Not too long ago most Spanish democrats fully supported Basque demands for self-rule and campaigned strenously for the release of Basque separatist guerrillas jailed for fighting against the Government of the late Generalissimo Francisco Franco.

Now, however the Basque drive for self-determination and full autonomy has begun to lose backing in Spain.

One of the reasons for the reversal of attitudes is a new wave of Basque separatist violence which has resulted in five deaths in the past week including the killing of a newspaper editor. There have also been bombings, an attempt to steal 150 automatic rifles from army headquarters in the Basque city of San Sebastian, and extortion of large amounts of money from businessmen threatened by basque guerrillas.

Another reason for the change of heart is the rejection by the Basque Nationalist Party and Basque separatist factions of a provision in the draft constitution granting Spain's regions a measure of self-rule.

The new charter, designed to make Spain a modern democracy, must still be approved by Parliament and accepted by the Spanish people in a referendum. Basque nationalists have announced that they will ask their people to vote against it.

The new wave of violence and the Basque Nationalist opposition to the self-rule provision, which has been accepted by Spain's major political parties, have isolated the Basques.

Last week, the Spanish parliament authorized Premier Adolfo Suarez to enact emergency police measures to end "terrorism" in the Basque provinces. Support for such a measure would have been unthinkable only a year ago. But Spanish political leaders openly blame the Basque Nationalist Party for creating a climate of tension which encourages ETA, the separatist underground, to launch terrorist activities.

Right-wing extremists of the anti-Communist Apoltolic Alliance, apparently, Sunday night opened fire on a retired ETA guerrilla leader in the French Basque city of St. Jean de Luez. In the gunfight, Juan Jose Etxable was critically wounded and his wife was killed.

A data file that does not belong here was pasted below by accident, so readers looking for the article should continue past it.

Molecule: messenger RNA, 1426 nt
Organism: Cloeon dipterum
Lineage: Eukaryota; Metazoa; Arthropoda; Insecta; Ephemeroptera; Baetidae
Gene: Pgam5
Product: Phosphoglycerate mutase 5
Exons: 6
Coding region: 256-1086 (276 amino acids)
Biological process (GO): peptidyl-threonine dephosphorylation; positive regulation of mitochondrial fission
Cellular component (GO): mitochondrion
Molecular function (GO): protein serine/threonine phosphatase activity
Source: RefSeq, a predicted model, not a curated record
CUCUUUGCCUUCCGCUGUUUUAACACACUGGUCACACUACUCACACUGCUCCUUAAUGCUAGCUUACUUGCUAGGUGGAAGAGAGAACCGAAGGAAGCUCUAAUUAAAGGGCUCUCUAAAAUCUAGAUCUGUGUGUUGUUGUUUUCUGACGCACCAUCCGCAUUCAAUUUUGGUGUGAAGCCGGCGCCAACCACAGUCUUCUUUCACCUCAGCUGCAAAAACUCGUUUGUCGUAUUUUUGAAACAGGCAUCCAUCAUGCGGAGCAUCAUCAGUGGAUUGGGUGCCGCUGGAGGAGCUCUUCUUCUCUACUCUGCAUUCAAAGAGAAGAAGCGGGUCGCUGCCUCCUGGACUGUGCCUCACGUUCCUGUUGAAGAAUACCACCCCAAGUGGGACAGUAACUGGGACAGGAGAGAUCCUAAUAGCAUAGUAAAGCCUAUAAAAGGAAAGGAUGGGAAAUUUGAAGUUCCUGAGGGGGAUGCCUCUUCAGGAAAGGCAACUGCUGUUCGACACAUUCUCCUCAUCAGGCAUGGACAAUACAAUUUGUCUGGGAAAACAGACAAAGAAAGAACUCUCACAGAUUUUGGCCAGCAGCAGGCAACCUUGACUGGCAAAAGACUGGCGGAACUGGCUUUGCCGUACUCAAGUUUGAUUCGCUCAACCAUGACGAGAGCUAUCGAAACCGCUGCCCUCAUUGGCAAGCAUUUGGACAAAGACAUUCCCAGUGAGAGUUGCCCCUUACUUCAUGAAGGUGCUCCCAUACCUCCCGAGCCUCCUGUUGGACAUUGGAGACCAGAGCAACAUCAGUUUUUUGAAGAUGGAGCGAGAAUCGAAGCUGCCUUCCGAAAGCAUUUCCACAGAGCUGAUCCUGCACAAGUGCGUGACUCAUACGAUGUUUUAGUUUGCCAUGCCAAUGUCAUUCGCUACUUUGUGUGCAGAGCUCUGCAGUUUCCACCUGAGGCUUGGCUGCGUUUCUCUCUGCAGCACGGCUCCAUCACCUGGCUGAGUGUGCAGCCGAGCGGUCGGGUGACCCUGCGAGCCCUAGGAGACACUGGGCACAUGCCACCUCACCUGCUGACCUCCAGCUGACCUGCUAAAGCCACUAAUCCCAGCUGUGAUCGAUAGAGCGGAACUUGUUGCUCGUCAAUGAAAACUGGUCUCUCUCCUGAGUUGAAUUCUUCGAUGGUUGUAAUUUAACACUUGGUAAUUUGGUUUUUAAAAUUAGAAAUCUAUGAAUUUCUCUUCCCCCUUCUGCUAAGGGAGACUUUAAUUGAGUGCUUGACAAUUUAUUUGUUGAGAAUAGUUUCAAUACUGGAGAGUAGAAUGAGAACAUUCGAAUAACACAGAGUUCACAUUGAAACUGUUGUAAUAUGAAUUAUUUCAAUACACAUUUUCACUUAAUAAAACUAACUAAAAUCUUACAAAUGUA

The attacks set off protest demonstrations by hundreds of angry ETA supporters who clashed with riot police last night in Bilbao and San Sebastian, the two largest cities in the restive Basque region. There were new incidents Wednesday when rightists in San Sebastian interrupted the funeral mass for Mrs. Etxable with anti-Basque shouts and gunfire.

"We are fed up with Basque pride and Basque demands," said a congressman from southern Spain. "All of Spain suffered under Franco. Why should they get special treatment? They are no better than we are."

The Catalans have already established a regional government and have accepted the constitution as a starting point. But Premier Suarezis at a loss over how to deal with the Basques. The provisional self-rule government established in the region earlier this year, after bitter negotiations with the Basques, has not worked.

A few government officials, however, think the government and national political leaders do not understand the Basque problem.

"We should have learned that police measures don't work," said a senior Interior Ministry official. Franco tried them for years and he got nowhere. The political compromises made in congress haven't worked. So where do we go from here? To a new Ulster?